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Demo app on how to configure samlv2 from
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SAMLv2 Authenticated application

I integrated the SAMLv2 spring security plugin in our application some time ago, and I must say that was a bit challenging at the beginning: it took me a while to have it up and running, because I felt the need to understand what the different pieces where doing, how they where interacting, and how to choose between the options.

The doc of the plug in is actually very clear, but the style of writing was a bit too much "manualistic" for me, and it really took me a while to understand how and why i wanted to combine the pieces.

What follows is a bit of a reconstructed journal of my exploration, in the hope of putting my notes out from draft. It will help me to keep these things in mind (and at hand). Hopefully can be of some use for someone else.

The structure

We devs learn a lot from others' code, and with git we have the opportunity to snapshot different versions in a common format. I will make a tag for every interesting step and report what is done and why.

1. The starting step (v1.0.0)

We start from a pretty basic spring boot application with spring security, without database. It has a login screen, some users and roles (not used), a public page (the index) and a secret page ("/secret"). There is no static resources. I use CDN, and i don't need to talk about how to serve static resources with spring security.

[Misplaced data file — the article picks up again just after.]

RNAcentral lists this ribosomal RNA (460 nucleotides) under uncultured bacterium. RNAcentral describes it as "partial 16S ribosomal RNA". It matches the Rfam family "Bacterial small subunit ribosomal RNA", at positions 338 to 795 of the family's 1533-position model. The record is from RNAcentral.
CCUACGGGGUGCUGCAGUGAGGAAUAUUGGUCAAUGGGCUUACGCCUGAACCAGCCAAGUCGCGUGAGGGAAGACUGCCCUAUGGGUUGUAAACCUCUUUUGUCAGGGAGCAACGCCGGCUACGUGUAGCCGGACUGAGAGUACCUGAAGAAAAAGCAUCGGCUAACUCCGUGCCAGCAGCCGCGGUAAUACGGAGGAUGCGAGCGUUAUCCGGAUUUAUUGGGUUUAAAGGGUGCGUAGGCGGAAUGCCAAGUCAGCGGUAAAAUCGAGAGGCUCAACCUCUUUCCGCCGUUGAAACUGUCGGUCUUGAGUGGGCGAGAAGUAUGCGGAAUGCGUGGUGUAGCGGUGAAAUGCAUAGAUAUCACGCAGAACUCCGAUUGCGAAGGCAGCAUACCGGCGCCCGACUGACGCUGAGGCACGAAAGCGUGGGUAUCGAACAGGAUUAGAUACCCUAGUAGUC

There are also a couple of tests that ensure that login screen behaves as expected, the anonymous resource is available, the secret one needs login.

Importing the library (v2.0.1)

To import the library, at the time of the writing, you also need to import from an additional repo, the

repositories {
  maven {
    url ""

And of course add the library itself

ext {
  samlSpringSecurityVersion   = '2.0.0.M17'

dependencies {
  compile ("${samlSpringSecurityVersion}")


Many Thanks to Filip Hanik (something in your name screams Czechia, even if you live in Vancouver...) for his work and to pivotal for spring (Vidim co tam chces Filipe).

Configuring the integration (Core) (v2.0.2)

The first thing we want to do is to set up a SAML Service Provider configuration, extending and overriding SamlServerConfiguration getDefaultHostSamlServerConfiguration in the following way

    protected SamlServerConfiguration getDefaultHostSamlServerConfiguration() {
        final SamlServerConfiguration samlServerConfiguration = new SamlServerConfiguration();
        final LocalServiceProviderConfiguration serviceProvider = getLocalServiceProviderConfiguration();
        return samlServerConfiguration;

    private LocalServiceProviderConfiguration getLocalServiceProviderConfiguration() {
        final LocalServiceProviderConfiguration serviceProvider = new LocalServiceProviderConfiguration();

        List<ExternalIdentityProviderConfiguration> providers = new ArrayList<>();
        return serviceProvider;

in the private method, we are setting all the interesting information about our setup, like keys, providers, alias and the authentication response filter.

Key setup

The key setup interesting part is how the key is extracted from the local key, and set in the SimpleKey The RotatingKeys class is basically a key provider. The following configuration is for using only one key for everything.

  private RotatingKeys rotatingKeys() {